And see the Minnesota Bar's government relations initiatives, free of Keller restrictions, which provides "the collective, persuasive voice of the legal profession at the Capitol."

"Our Bar's mission is to improve the profession and serve the public. While there is always room for improvement, changes being discussed at the Legislature will create chaos with no discernible benefit."

Response: The Bar wants to serve as both regulator and trade association. This is an inherent conflict of interest. It cannot serve both the public and lawyers. The "discernible benefit" we need is improved public protection by eliminating the trade association function from an organization that regulates its own industry. The "discernible benefit" we need is enhanced professional independence for lawyers. The "discernible benefit" we need is protected lawyer First Amendment rights. The "discernible benefit" we need is a voluntary professional association free of conflicts of interest. The "discernible benefit" we need is a SBA with the free-market opportunity to sell membership on the merits not by coercion. The "discernible benefit" we need is the same option lawyers have in 18 voluntary bar jurisdictions, which is the option to pay only the costs of lawyer regulation that protects the public.

"All I ask of you is that you become informed on this important matter, look carefully at the people on both sides and consider their biases and motives, and let your state representatives and senator know how you feel."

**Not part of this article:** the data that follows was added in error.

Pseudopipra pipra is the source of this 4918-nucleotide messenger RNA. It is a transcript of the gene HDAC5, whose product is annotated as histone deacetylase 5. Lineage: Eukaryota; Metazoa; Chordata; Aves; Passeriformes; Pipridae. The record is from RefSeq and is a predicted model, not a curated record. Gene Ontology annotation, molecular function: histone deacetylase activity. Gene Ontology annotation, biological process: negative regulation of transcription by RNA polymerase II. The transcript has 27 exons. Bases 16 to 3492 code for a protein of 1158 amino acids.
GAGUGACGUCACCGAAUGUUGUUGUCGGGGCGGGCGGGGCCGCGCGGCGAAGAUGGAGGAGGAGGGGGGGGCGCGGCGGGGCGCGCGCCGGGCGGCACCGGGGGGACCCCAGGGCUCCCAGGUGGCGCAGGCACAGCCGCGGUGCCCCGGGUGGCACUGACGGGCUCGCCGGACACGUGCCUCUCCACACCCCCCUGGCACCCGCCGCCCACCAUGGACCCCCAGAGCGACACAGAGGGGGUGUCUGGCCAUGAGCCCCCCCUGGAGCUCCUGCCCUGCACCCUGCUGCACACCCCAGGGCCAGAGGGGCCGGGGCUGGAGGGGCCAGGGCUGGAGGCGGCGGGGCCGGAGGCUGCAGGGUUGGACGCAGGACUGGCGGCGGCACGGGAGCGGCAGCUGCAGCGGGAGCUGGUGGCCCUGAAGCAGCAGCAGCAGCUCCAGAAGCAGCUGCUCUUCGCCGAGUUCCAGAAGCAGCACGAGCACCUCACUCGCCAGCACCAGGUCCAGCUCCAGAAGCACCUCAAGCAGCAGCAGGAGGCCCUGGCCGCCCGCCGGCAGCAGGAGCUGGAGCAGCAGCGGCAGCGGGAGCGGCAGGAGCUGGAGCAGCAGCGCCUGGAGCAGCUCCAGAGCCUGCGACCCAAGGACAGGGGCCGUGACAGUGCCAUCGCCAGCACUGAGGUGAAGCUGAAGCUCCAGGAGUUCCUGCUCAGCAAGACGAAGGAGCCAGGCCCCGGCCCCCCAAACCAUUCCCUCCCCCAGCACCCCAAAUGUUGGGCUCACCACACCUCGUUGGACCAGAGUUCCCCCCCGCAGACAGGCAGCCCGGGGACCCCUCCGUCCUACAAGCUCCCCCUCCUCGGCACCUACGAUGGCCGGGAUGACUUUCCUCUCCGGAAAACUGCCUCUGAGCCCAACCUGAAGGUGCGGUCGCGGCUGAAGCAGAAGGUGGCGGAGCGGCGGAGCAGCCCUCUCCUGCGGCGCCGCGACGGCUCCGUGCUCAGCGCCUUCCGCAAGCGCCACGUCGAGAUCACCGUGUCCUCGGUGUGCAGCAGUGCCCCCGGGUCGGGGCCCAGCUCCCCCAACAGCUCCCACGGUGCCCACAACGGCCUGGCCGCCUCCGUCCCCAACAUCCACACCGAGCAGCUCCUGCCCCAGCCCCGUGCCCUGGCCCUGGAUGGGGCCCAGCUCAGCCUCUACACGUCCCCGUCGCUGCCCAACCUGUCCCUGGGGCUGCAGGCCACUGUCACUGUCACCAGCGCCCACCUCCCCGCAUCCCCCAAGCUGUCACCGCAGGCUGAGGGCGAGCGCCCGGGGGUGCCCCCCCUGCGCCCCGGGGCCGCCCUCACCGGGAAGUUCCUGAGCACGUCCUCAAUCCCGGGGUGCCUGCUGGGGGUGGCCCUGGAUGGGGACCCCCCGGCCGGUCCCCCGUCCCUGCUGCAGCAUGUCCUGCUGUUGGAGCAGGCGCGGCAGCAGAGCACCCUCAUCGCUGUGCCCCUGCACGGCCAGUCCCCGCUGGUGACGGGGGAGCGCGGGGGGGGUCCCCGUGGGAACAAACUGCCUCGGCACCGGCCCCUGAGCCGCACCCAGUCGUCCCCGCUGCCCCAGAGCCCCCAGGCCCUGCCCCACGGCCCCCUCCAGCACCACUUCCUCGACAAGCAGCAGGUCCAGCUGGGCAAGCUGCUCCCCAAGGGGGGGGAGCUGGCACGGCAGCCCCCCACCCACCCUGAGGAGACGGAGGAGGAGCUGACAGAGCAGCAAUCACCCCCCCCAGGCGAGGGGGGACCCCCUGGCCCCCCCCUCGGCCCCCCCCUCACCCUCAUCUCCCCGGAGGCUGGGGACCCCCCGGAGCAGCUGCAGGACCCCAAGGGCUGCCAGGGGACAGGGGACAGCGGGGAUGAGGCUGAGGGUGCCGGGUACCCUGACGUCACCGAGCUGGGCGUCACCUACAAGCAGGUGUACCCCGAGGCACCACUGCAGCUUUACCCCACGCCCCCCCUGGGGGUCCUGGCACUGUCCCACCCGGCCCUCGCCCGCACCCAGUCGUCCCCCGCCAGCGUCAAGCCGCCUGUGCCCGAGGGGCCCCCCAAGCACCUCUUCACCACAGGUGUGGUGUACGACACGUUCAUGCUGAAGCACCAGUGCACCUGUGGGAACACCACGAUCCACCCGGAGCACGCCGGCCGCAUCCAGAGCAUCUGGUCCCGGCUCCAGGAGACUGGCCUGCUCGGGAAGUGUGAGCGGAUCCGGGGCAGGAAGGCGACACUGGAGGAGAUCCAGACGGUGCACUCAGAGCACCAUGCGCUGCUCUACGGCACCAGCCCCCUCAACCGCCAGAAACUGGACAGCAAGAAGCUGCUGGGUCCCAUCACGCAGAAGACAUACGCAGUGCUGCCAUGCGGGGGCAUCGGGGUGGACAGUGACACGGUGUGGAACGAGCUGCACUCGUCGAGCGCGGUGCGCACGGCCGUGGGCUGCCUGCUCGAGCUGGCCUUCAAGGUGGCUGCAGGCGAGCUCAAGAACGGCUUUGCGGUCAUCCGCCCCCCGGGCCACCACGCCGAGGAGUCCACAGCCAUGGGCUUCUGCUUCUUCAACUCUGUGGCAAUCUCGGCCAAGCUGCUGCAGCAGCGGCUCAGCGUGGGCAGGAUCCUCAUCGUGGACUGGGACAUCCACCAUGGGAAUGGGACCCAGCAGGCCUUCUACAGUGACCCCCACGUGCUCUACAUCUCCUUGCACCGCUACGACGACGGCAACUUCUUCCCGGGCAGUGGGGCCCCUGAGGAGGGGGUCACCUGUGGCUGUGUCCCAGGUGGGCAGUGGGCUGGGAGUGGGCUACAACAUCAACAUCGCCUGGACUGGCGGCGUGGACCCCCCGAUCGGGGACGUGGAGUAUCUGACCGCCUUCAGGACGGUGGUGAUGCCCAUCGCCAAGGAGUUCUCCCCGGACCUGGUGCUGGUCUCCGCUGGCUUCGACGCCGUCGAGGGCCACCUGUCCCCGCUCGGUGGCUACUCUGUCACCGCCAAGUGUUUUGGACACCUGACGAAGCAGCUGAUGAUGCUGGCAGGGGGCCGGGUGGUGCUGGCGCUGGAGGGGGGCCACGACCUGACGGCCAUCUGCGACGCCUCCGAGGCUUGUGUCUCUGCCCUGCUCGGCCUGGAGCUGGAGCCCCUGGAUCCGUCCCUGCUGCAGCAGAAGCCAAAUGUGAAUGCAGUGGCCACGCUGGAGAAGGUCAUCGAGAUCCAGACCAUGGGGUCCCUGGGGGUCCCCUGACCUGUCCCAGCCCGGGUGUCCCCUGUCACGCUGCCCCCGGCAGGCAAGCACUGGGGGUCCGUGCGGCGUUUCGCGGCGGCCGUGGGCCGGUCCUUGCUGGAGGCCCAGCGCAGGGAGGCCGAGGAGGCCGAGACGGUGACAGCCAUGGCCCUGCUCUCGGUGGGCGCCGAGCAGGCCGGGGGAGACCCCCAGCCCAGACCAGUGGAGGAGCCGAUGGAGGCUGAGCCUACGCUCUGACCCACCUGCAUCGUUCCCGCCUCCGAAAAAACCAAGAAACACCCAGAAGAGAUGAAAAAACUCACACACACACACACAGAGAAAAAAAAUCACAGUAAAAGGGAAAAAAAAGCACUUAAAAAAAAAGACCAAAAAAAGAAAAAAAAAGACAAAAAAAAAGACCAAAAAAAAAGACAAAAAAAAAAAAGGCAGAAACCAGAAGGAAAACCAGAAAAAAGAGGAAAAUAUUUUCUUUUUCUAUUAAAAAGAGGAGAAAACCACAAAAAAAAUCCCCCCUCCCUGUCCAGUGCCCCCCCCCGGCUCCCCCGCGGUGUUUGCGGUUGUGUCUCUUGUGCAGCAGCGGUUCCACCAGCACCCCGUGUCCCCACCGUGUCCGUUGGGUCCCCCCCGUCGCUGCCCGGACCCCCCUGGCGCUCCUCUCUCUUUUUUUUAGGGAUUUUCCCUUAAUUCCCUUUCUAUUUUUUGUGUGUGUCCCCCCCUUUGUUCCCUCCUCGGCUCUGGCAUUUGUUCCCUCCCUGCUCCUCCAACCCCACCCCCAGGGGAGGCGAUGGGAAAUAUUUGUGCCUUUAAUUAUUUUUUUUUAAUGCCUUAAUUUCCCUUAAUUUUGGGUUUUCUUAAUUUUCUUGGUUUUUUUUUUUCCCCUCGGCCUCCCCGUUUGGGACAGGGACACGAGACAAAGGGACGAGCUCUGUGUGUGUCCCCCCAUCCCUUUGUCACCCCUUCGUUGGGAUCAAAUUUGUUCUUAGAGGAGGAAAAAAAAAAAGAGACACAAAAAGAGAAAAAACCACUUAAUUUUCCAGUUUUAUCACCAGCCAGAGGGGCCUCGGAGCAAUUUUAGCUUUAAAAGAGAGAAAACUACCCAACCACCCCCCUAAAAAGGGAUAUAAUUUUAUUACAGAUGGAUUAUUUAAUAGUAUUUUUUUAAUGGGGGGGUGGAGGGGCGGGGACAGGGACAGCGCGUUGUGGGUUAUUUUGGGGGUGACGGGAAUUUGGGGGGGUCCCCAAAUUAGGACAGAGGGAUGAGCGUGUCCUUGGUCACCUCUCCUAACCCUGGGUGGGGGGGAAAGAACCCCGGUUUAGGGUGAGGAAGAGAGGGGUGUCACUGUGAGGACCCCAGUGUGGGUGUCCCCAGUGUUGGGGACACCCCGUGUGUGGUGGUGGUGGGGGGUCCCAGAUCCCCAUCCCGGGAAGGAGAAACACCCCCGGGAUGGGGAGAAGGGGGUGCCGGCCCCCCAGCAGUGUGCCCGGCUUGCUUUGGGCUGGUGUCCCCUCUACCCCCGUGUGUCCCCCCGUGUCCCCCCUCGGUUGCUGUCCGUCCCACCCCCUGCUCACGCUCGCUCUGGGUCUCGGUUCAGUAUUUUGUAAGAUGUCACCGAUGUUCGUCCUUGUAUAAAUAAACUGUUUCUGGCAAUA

Response: Amen.

Monday, November 2, 2015

Judge Unravels Illegal Activity by Prosecution That Ensured a Conviction of Renzi  — But Will he Do Anything About it?

Last Monday, Federal District Court Judge David Bury held an evidentiary hearing in Tucson to consider new evidence that prosecutorial wrongdoing took place during the criminal prosecution of imprisoned former Congressman Rick Renzi. Specifically, the judge considered whether the the FBI had offered money to the one “victim” Renzi had allegedly extorted, to change his testimony and make it unfavorable toward Renzi in order to ensure a conviction. As the hearing was ending and the shocking bribery exposed, Judge Bury told chief DOJ prosecuting attorney Gary Restaino he wrongly violated Renzi’s rights.

Who is Restaino and why was he so intent on convicting Renzi that he would violate the law? His wife, Leezie Kim, worked closely for former Arizona Democratic Governor Janet Napolitano, and Renzi had been rumored to be a potential contender against her for governor in 2006. In 2003, Kim took a sabbatical from Quarles Brady where she was an attorney to serve as the executive director of Napolitano’s Governor’s Citizens Finance Review Commission. She became the treasurer of Napolitano’s 2006 gubernatorial campaign and the treasurer of the Competitive Edge PAC in 2007, which was primarily started to support Napolitano.

Kim next became Napolitano’s general counsel in February 2008, and after Napolitano was confirmed as Secretary of Homeland Security, joined her in Washington as a deputy general counsel. Kim left Washington in 2010 after news reports indicated that she was involved in efforts to limit responses to politically sensitive Freedom of Information Act requests. In addition to these active roles, Kim also donated $400 to the Arizona Democratic Party in 2005 and $928 to Democratic candidates in 2008.

Friday, October 23, 2015

AZ Bar CEO arrogantly ridicules attorney it wrongfully disbarred at legislative hearing about dismantling the mandatory Bar